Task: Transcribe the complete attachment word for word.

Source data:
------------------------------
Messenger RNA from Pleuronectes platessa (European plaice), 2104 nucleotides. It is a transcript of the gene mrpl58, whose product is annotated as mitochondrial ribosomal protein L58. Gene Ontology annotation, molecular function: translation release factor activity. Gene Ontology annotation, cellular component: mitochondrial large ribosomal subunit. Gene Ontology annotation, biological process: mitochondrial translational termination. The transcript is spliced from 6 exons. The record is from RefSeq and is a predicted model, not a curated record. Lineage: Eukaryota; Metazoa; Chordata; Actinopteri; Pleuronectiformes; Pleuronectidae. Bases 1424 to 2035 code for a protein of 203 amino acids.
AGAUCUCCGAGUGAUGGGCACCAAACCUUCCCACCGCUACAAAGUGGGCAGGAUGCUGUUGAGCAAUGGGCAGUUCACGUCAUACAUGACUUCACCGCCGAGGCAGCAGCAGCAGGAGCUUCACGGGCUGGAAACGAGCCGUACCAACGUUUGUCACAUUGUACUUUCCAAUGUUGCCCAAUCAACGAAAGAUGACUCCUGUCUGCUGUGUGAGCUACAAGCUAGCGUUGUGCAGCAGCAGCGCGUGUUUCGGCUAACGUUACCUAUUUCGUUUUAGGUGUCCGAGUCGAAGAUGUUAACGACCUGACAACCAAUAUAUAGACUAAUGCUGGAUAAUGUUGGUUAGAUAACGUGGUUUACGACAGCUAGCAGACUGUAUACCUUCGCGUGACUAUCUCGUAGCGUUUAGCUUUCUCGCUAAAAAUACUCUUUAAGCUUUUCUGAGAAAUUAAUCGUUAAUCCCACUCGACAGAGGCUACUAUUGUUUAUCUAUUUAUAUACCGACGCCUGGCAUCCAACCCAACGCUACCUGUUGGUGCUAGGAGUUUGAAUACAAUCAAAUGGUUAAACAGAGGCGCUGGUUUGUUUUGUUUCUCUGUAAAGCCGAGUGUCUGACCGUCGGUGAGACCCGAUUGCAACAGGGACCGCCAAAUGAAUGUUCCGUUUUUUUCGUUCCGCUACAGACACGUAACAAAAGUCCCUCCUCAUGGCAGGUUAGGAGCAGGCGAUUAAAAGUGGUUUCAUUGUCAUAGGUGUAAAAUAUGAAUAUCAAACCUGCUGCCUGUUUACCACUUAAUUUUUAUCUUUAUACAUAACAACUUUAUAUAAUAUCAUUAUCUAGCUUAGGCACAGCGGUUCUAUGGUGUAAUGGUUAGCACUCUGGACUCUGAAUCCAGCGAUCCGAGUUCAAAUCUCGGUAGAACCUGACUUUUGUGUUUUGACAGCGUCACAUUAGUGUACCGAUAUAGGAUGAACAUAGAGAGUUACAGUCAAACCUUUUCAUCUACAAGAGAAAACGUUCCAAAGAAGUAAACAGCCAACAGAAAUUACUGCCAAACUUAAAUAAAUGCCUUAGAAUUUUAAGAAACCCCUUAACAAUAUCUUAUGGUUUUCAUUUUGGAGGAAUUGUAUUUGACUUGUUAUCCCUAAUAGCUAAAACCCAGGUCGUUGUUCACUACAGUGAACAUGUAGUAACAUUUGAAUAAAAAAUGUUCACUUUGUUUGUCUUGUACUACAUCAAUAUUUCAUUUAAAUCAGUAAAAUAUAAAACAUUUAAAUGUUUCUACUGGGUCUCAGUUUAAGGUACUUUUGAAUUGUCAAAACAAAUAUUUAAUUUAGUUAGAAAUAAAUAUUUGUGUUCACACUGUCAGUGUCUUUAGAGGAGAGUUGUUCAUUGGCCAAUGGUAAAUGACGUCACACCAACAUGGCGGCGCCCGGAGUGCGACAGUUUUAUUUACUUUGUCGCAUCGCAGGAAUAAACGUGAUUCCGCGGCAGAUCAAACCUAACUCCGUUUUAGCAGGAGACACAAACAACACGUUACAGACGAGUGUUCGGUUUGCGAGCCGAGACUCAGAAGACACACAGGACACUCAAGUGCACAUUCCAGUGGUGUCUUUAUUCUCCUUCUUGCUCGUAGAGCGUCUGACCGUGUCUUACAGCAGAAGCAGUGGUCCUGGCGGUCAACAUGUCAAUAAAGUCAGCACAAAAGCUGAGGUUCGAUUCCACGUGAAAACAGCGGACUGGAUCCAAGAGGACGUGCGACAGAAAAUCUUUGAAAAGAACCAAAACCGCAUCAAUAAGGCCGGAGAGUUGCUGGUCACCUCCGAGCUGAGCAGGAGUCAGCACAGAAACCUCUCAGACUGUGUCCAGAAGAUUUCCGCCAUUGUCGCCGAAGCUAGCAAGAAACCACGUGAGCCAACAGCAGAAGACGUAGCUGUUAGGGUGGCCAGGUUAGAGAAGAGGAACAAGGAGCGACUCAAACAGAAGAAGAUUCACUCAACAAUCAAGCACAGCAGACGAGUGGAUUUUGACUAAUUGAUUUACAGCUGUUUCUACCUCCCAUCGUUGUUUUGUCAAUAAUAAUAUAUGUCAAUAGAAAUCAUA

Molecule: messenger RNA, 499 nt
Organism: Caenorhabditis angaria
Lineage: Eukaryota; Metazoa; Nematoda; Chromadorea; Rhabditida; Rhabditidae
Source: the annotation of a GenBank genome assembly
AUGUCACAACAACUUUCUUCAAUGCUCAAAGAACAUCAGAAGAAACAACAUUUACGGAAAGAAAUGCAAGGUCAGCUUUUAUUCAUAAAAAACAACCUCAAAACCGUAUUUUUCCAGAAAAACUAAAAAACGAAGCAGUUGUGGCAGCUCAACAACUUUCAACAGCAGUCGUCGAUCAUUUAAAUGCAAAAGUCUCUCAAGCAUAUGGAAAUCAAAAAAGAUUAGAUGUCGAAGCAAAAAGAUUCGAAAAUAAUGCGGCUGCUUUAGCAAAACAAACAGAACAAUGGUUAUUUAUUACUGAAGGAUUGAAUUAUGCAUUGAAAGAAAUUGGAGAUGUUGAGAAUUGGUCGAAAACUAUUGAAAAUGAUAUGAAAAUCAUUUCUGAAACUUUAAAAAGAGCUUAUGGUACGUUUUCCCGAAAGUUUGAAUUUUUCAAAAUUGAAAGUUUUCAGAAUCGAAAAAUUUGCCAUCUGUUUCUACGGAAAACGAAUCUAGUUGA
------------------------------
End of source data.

Messenger RNA from Pleuronectes platessa (European plaice), 2104 nucleotides. It is a transcript of the gene mrpl58, whose product is annotated as mitochondrial ribosomal protein L58. Gene Ontology annotation, molecular function: translation release factor activity. Gene Ontology annotation, cellular component: mitochondrial large ribosomal subunit. Gene Ontology annotation, biological process: mitochondrial translational termination. The transcript is spliced from 6 exons. The record is from RefSeq and is a predicted model, not a curated record. Lineage: Eukaryota; Metazoa; Chordata; Actinopteri; Pleuronectiformes; Pleuronectidae. Bases 1424 to 2035 code for a protein of 203 amino acids.
AGAUCUCCGAGUGAUGGGCACCAAACCUUCCCACCGCUACAAAGUGGGCAGGAUGCUGUUGAGCAAUGGGCAGUUCACGUCAUACAUGACUUCACCGCCGAGGCAGCAGCAGCAGGAGCUUCACGGGCUGGAAACGAGCCGUACCAACGUUUGUCACAUUGUACUUUCCAAUGUUGCCCAAUCAACGAAAGAUGACUCCUGUCUGCUGUGUGAGCUACAAGCUAGCGUUGUGCAGCAGCAGCGCGUGUUUCGGCUAACGUUACCUAUUUCGUUUUAGGUGUCCGAGUCGAAGAUGUUAACGACCUGACAACCAAUAUAUAGACUAAUGCUGGAUAAUGUUGGUUAGAUAACGUGGUUUACGACAGCUAGCAGACUGUAUACCUUCGCGUGACUAUCUCGUAGCGUUUAGCUUUCUCGCUAAAAAUACUCUUUAAGCUUUUCUGAGAAAUUAAUCGUUAAUCCCACUCGACAGAGGCUACUAUUGUUUAUCUAUUUAUAUACCGACGCCUGGCAUCCAACCCAACGCUACCUGUUGGUGCUAGGAGUUUGAAUACAAUCAAAUGGUUAAACAGAGGCGCUGGUUUGUUUUGUUUCUCUGUAAAGCCGAGUGUCUGACCGUCGGUGAGACCCGAUUGCAACAGGGACCGCCAAAUGAAUGUUCCGUUUUUUUCGUUCCGCUACAGACACGUAACAAAAGUCCCUCCUCAUGGCAGGUUAGGAGCAGGCGAUUAAAAGUGGUUUCAUUGUCAUAGGUGUAAAAUAUGAAUAUCAAACCUGCUGCCUGUUUACCACUUAAUUUUUAUCUUUAUACAUAACAACUUUAUAUAAUAUCAUUAUCUAGCUUAGGCACAGCGGUUCUAUGGUGUAAUGGUUAGCACUCUGGACUCUGAAUCCAGCGAUCCGAGUUCAAAUCUCGGUAGAACCUGACUUUUGUGUUUUGACAGCGUCACAUUAGUGUACCGAUAUAGGAUGAACAUAGAGAGUUACAGUCAAACCUUUUCAUCUACAAGAGAAAACGUUCCAAAGAAGUAAACAGCCAACAGAAAUUACUGCCAAACUUAAAUAAAUGCCUUAGAAUUUUAAGAAACCCCUUAACAAUAUCUUAUGGUUUUCAUUUUGGAGGAAUUGUAUUUGACUUGUUAUCCCUAAUAGCUAAAACCCAGGUCGUUGUUCACUACAGUGAACAUGUAGUAACAUUUGAAUAAAAAAUGUUCACUUUGUUUGUCUUGUACUACAUCAAUAUUUCAUUUAAAUCAGUAAAAUAUAAAACAUUUAAAUGUUUCUACUGGGUCUCAGUUUAAGGUACUUUUGAAUUGUCAAAACAAAUAUUUAAUUUAGUUAGAAAUAAAUAUUUGUGUUCACACUGUCAGUGUCUUUAGAGGAGAGUUGUUCAUUGGCCAAUGGUAAAUGACGUCACACCAACAUGGCGGCGCCCGGAGUGCGACAGUUUUAUUUACUUUGUCGCAUCGCAGGAAUAAACGUGAUUCCGCGGCAGAUCAAACCUAACUCCGUUUUAGCAGGAGACACAAACAACACGUUACAGACGAGUGUUCGGUUUGCGAGCCGAGACUCAGAAGACACACAGGACACUCAAGUGCACAUUCCAGUGGUGUCUUUAUUCUCCUUCUUGCUCGUAGAGCGUCUGACCGUGUCUUACAGCAGAAGCAGUGGUCCUGGCGGUCAACAUGUCAAUAAAGUCAGCACAAAAGCUGAGGUUCGAUUCCACGUGAAAACAGCGGACUGGAUCCAAGAGGACGUGCGACAGAAAAUCUUUGAAAAGAACCAAAACCGCAUCAAUAAGGCCGGAGAGUUGCUGGUCACCUCCGAGCUGAGCAGGAGUCAGCACAGAAACCUCUCAGACUGUGUCCAGAAGAUUUCCGCCAUUGUCGCCGAAGCUAGCAAGAAACCACGUGAGCCAACAGCAGAAGACGUAGCUGUUAGGGUGGCCAGGUUAGAGAAGAGGAACAAGGAGCGACUCAAACAGAAGAAGAUUCACUCAACAAUCAAGCACAGCAGACGAGUGGAUUUUGACUAAUUGAUUUACAGCUGUUUCUACCUCCCAUCGUUGUUUUGUCAAUAAUAAUAUAUGUCAAUAGAAAUCAUA

Molecule: messenger RNA, 499 nt
Organism: Caenorhabditis angaria
Lineage: Eukaryota; Metazoa; Nematoda; Chromadorea; Rhabditida; Rhabditidae
Source: the annotation of a GenBank genome assembly
AUGUCACAACAACUUUCUUCAAUGCUCAAAGAACAUCAGAAGAAACAACAUUUACGGAAAGAAAUGCAAGGUCAGCUUUUAUUCAUAAAAAACAACCUCAAAACCGUAUUUUUCCAGAAAAACUAAAAAACGAAGCAGUUGUGGCAGCUCAACAACUUUCAACAGCAGUCGUCGAUCAUUUAAAUGCAAAAGUCUCUCAAGCAUAUGGAAAUCAAAAAAGAUUAGAUGUCGAAGCAAAAAGAUUCGAAAAUAAUGCGGCUGCUUUAGCAAAACAAACAGAACAAUGGUUAUUUAUUACUGAAGGAUUGAAUUAUGCAUUGAAAGAAAUUGGAGAUGUUGAGAAUUGGUCGAAAACUAUUGAAAAUGAUAUGAAAAUCAUUUCUGAAACUUUAAAAAGAGCUUAUGGUACGUUUUCCCGAAAGUUUGAAUUUUUCAAAAUUGAAAGUUUUCAGAAUCGAAAAAUUUGCCAUCUGUUUCUACGGAAAACGAAUCUAGUUGA